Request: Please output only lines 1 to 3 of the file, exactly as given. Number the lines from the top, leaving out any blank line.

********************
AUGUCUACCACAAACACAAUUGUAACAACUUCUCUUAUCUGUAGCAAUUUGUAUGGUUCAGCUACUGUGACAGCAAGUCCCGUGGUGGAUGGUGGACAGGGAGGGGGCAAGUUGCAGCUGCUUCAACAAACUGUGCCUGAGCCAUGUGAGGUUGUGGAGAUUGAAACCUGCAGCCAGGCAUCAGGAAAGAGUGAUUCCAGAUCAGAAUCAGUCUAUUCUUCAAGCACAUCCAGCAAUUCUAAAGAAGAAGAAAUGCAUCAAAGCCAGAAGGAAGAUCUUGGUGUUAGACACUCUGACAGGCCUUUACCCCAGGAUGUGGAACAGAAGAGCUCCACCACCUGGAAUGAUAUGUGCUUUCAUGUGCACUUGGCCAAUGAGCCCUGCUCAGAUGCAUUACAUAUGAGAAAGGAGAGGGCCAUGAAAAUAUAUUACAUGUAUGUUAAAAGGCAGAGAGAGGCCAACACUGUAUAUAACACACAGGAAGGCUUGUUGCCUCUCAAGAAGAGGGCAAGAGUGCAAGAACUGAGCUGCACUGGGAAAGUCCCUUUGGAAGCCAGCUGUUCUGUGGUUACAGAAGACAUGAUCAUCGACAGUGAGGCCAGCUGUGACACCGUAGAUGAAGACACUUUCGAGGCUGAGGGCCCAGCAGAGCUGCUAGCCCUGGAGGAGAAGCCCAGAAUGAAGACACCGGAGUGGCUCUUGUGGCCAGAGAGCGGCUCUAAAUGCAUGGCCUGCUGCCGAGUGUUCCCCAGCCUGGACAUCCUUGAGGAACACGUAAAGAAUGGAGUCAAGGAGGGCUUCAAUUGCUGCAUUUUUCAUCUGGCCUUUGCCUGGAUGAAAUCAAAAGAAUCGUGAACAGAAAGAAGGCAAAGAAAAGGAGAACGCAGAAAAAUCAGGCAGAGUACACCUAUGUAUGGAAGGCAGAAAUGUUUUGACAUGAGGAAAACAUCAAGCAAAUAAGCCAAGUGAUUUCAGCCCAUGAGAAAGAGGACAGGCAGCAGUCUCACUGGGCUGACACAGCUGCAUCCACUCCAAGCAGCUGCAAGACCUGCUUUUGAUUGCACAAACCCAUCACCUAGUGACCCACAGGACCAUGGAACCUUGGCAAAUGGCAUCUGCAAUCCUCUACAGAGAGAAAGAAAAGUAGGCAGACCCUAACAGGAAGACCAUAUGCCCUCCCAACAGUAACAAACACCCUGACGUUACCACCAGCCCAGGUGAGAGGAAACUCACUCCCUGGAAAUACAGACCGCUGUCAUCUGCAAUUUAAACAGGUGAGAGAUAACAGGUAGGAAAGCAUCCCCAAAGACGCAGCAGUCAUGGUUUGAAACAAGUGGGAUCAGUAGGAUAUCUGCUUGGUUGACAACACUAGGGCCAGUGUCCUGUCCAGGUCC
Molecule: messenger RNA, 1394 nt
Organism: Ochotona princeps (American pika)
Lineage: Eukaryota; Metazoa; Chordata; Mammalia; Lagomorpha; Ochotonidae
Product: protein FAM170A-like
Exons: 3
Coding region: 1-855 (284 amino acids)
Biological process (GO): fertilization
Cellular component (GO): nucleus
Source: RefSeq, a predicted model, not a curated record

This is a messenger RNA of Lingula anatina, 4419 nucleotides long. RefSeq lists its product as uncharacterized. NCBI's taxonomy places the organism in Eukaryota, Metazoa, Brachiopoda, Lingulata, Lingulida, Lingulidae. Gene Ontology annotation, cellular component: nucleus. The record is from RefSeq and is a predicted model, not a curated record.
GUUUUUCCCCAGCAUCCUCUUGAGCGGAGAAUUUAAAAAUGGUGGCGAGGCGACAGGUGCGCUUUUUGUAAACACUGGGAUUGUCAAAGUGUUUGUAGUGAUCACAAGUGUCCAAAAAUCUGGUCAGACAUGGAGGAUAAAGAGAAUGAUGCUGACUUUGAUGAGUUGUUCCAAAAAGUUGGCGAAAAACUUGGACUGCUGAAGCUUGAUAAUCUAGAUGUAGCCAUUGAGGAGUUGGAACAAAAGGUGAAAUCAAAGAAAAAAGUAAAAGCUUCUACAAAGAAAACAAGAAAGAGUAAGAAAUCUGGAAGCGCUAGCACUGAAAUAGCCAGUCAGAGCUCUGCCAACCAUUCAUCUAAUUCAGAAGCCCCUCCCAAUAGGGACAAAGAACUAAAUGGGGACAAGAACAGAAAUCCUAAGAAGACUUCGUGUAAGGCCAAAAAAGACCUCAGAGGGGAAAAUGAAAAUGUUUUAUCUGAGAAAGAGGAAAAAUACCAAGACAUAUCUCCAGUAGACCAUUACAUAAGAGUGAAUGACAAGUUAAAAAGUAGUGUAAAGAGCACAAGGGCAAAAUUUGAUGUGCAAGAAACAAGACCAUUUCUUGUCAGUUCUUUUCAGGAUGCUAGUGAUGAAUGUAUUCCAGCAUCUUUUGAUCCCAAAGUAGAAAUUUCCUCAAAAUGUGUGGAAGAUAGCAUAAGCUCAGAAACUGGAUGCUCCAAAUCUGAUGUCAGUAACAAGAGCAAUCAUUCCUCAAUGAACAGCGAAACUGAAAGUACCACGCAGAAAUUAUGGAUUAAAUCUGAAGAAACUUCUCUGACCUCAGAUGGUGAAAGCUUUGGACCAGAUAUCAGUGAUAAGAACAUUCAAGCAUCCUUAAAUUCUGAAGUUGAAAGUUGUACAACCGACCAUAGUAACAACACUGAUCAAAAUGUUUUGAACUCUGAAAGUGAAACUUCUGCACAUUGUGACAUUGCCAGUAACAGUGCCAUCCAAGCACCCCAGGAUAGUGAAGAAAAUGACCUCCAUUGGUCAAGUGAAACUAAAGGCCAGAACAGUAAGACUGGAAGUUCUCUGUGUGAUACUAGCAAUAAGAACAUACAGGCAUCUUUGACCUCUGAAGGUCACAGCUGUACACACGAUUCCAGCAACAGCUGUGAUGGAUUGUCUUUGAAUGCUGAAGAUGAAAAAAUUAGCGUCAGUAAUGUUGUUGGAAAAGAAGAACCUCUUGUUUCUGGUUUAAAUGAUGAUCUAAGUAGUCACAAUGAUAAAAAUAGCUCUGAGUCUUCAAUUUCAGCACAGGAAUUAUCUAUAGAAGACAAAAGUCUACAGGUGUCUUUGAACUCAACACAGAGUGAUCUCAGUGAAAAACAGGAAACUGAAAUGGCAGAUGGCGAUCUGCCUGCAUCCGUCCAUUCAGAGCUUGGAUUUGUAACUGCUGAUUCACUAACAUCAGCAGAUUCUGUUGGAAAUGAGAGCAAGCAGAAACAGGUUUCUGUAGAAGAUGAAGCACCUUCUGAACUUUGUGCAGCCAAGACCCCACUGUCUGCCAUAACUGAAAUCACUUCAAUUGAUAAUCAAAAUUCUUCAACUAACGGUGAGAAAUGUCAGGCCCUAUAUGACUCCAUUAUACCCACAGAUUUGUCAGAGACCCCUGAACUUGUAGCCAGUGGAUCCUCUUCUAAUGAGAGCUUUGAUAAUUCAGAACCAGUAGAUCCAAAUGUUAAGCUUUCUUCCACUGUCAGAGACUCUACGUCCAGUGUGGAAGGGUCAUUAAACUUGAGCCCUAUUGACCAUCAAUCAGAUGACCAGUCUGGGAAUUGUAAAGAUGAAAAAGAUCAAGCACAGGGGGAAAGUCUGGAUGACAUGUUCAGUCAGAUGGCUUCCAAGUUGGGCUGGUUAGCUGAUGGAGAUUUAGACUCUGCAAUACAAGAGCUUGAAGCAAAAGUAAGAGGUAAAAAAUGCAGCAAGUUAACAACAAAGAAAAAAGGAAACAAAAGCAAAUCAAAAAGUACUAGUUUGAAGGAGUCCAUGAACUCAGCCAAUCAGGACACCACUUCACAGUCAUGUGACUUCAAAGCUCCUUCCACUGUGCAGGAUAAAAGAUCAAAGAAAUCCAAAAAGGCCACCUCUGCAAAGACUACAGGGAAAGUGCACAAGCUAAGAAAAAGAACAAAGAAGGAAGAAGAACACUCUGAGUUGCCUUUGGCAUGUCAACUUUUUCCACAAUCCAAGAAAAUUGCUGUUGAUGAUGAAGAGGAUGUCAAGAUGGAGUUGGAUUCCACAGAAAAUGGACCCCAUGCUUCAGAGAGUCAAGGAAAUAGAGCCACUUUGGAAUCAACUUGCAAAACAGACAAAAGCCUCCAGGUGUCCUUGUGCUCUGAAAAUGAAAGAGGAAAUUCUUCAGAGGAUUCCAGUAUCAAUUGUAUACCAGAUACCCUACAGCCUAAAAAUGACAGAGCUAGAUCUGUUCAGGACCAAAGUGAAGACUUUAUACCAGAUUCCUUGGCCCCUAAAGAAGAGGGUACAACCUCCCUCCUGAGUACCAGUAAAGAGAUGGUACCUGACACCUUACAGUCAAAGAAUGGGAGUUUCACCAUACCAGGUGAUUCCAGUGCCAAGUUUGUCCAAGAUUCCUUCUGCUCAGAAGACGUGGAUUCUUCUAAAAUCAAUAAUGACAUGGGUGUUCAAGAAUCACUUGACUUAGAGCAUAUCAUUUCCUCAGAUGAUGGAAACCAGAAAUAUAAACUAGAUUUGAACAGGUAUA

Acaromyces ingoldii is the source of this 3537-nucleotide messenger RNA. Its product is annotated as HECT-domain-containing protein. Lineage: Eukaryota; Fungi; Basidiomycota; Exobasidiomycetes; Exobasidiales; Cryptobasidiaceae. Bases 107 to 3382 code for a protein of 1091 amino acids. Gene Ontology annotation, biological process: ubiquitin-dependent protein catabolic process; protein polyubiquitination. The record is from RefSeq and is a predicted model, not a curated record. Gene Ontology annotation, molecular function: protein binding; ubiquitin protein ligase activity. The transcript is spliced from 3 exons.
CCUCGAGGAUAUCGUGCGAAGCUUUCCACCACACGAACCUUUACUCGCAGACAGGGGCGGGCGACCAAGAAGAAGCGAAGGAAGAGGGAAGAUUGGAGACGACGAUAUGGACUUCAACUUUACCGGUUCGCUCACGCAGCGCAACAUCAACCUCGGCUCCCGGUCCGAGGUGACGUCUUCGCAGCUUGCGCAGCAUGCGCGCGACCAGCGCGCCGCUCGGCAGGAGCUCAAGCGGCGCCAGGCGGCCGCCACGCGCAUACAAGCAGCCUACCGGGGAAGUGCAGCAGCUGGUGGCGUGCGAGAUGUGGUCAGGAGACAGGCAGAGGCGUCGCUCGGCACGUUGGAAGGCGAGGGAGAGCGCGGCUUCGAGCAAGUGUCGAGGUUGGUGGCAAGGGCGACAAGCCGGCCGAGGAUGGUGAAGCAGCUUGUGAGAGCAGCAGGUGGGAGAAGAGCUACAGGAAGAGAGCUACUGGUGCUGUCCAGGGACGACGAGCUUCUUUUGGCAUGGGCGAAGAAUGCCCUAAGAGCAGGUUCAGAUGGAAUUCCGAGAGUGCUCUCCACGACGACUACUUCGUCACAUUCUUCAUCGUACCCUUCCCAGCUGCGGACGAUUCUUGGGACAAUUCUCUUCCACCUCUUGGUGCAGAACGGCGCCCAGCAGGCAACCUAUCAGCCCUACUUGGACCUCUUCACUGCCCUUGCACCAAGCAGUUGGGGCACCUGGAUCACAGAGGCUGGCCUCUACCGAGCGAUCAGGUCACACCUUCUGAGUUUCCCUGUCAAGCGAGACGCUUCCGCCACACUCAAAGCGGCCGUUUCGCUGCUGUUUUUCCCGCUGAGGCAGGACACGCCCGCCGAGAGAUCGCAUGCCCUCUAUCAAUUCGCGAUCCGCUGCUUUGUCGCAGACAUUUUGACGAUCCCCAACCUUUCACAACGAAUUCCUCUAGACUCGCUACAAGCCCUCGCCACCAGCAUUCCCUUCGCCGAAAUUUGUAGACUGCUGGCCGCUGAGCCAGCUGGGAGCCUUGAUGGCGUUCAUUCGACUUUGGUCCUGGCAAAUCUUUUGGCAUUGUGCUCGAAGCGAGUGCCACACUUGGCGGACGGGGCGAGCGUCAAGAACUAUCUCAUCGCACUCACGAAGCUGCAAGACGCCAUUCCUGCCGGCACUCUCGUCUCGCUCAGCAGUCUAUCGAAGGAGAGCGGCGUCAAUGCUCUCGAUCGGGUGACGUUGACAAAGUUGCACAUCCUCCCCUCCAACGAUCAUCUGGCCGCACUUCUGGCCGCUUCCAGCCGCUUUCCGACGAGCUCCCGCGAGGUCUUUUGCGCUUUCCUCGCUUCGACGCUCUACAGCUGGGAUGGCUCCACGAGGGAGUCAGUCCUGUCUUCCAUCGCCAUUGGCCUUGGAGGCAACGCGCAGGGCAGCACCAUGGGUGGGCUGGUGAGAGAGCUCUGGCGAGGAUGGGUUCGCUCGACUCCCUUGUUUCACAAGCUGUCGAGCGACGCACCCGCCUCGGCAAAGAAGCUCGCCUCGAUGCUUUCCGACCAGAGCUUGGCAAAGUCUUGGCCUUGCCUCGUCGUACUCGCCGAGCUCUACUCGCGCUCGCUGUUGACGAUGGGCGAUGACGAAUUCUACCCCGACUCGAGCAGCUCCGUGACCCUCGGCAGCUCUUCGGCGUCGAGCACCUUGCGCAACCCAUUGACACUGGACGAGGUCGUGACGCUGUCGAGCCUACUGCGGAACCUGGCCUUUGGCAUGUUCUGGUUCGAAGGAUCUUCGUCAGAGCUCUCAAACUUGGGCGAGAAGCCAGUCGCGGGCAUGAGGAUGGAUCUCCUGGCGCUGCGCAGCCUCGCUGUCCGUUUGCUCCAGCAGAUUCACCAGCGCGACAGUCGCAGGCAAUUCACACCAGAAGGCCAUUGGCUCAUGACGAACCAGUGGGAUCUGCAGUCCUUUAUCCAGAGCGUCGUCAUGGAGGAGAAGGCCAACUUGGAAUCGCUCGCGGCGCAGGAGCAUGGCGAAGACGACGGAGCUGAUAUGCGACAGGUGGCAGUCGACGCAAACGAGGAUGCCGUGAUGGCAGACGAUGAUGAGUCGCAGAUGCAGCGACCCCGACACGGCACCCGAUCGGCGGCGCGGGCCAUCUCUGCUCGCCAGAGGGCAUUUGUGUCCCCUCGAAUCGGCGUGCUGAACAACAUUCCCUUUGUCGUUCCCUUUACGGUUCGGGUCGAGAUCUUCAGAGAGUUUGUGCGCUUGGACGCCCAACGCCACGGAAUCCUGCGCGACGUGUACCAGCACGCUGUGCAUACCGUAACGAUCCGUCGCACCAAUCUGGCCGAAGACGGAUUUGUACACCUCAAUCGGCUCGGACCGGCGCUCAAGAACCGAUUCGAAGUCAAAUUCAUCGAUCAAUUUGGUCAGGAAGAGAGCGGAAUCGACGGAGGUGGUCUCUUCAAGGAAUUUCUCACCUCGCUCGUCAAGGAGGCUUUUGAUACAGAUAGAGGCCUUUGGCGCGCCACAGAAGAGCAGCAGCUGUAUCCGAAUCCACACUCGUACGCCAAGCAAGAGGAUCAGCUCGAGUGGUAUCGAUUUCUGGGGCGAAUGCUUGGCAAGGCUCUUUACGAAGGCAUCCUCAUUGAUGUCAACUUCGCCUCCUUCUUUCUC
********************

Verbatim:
AUGUCUACCACAAACACAAUUGUAACAACUUCUCUUAUCUGUAGCAAUUUGUAUGGUUCAGCUACUGUGACAGCAAGUCCCGUGGUGGAUGGUGGACAGGGAGGGGGCAAGUUGCAGCUGCUUCAACAAACUGUGCCUGAGCCAUGUGAGGUUGUGGAGAUUGAAACCUGCAGCCAGGCAUCAGGAAAGAGUGAUUCCAGAUCAGAAUCAGUCUAUUCUUCAAGCACAUCCAGCAAUUCUAAAGAAGAAGAAAUGCAUCAAAGCCAGAAGGAAGAUCUUGGUGUUAGACACUCUGACAGGCCUUUACCCCAGGAUGUGGAACAGAAGAGCUCCACCACCUGGAAUGAUAUGUGCUUUCAUGUGCACUUGGCCAAUGAGCCCUGCUCAGAUGCAUUACAUAUGAGAAAGGAGAGGGCCAUGAAAAUAUAUUACAUGUAUGUUAAAAGGCAGAGAGAGGCCAACACUGUAUAUAACACACAGGAAGGCUUGUUGCCUCUCAAGAAGAGGGCAAGAGUGCAAGAACUGAGCUGCACUGGGAAAGUCCCUUUGGAAGCCAGCUGUUCUGUGGUUACAGAAGACAUGAUCAUCGACAGUGAGGCCAGCUGUGACACCGUAGAUGAAGACACUUUCGAGGCUGAGGGCCCAGCAGAGCUGCUAGCCCUGGAGGAGAAGCCCAGAAUGAAGACACCGGAGUGGCUCUUGUGGCCAGAGAGCGGCUCUAAAUGCAUGGCCUGCUGCCGAGUGUUCCCCAGCCUGGACAUCCUUGAGGAACACGUAAAGAAUGGAGUCAAGGAGGGCUUCAAUUGCUGCAUUUUUCAUCUGGCCUUUGCCUGGAUGAAAUCAAAAGAAUCGUGAACAGAAAGAAGGCAAAGAAAAGGAGAACGCAGAAAAAUCAGGCAGAGUACACCUAUGUAUGGAAGGCAGAAAUGUUUUGACAUGAGGAAAACAUCAAGCAAAUAAGCCAAGUGAUUUCAGCCCAUGAGAAAGAGGACAGGCAGCAGUCUCACUGGGCUGACACAGCUGCAUCCACUCCAAGCAGCUGCAAGACCUGCUUUUGAUUGCACAAACCCAUCACCUAGUGACCCACAGGACCAUGGAACCUUGGCAAAUGGCAUCUGCAAUCCUCUACAGAGAGAAAGAAAAGUAGGCAGACCCUAACAGGAAGACCAUAUGCCCUCCCAACAGUAACAAACACCCUGACGUUACCACCAGCCCAGGUGAGAGGAAACUCACUCCCUGGAAAUACAGACCGCUGUCAUCUGCAAUUUAAACAGGUGAGAGAUAACAGGUAGGAAAGCAUCCCCAAAGACGCAGCAGUCAUGGUUUGAAACAAGUGGGAUCAGUAGGAUAUCUGCUUGGUUGACAACACUAGGGCCAGUGUCCUGUCCAGGUCC
Molecule: messenger RNA, 1394 nt
Organism: Ochotona princeps (American pika)